Promoting physical activity for children and young people

NICE Promoting physical activity, active play and sport for pre-school and school-age children and young people in family, pre-school, school and community settings. (2009)

RESEARCH PUBLISHED 2008

Acorns and Conkers – Play Scotland

Child and Adolescent Health Research

Website dedicated to improving understanding of child and adolescent health in Scotland.

Developing Play in Scotland Survey – Play Scotland

Get Scotland Moving – BMA

Key points from this research: One in four scots are dying from diseases related in inactivity; currently only half of 7 to 11 years olds are engaging in the recommended 60 mins of vigorous physical activity each day; the number of children travelling to school by car has doubled over the last 2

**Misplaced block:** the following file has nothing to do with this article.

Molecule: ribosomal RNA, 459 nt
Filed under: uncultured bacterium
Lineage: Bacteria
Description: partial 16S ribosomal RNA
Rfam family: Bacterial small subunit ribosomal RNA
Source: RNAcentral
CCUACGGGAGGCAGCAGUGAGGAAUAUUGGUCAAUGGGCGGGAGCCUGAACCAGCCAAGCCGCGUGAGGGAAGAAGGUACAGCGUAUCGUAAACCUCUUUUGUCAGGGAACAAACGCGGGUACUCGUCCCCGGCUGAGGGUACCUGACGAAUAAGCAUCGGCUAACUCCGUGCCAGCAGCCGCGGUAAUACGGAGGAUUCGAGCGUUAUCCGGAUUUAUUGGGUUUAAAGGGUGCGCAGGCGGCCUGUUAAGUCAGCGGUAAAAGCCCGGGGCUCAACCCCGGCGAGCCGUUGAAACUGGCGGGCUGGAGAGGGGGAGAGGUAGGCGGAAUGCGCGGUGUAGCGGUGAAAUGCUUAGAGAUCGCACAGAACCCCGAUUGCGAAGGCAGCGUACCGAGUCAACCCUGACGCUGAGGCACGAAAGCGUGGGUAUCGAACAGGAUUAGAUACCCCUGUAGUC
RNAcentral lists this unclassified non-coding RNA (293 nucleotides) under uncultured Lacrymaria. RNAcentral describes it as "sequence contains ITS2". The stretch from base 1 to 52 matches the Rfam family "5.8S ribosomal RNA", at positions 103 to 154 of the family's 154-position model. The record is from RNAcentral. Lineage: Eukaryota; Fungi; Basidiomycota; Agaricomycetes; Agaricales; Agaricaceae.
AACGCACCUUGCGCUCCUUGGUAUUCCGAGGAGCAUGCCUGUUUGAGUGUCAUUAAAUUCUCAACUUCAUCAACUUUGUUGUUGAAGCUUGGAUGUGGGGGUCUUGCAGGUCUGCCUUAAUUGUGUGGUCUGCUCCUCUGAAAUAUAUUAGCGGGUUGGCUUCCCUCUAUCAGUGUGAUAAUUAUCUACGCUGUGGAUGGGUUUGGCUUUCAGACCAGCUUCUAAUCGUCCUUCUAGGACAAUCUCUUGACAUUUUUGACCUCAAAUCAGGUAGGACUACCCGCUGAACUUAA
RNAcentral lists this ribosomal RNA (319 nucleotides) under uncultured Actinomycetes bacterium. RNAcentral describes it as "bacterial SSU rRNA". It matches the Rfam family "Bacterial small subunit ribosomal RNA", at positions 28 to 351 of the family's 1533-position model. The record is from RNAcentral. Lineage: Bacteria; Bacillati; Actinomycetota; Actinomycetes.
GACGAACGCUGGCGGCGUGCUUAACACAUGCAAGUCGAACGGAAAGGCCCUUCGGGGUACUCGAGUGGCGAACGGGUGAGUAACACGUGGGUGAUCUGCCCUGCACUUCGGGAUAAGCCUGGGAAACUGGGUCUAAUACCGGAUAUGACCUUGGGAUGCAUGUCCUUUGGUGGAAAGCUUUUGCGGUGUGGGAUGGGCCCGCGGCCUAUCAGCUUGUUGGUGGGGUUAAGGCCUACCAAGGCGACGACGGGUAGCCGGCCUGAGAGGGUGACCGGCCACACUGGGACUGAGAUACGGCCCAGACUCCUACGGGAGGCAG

Growing Up in Scotland: Year 2: Results from the second year of a study following the lives of Scotland’s children

Within this report you can find stats about play, including the frequency of outdoor play for under fives within the Main Report from Year 2 of the study. To view report click here

Health behaviour in School-Aged Children

from World Health Organisation

This presents the key findings on patterns of health among young people aged 11, 13 and 15 years in 41 countries and regions across the WHO European Region and North America in 2005/2006. Its theme is health inequalities: quantifying the gender, age, geographic and socioeconomic dimensions of health differentials. Its aim is to highlight where these inequalities exist, to inform and influence policy and practice and to help improve health for all young people. (2009)

National Scientific Council on the Developing Child
Neighbourhood identity: effects of time, location and social class – Joseph Rowntree Foundation

A study of how neighbourhood identity is formed and the implications this may have for area renewal policies.

The study examines three neighbourhoods in Stirling, Scotland, and explores what it means to people to ‘come from’ each of these areas as a way of understanding issues of belonging and attachment to particular places. (2008)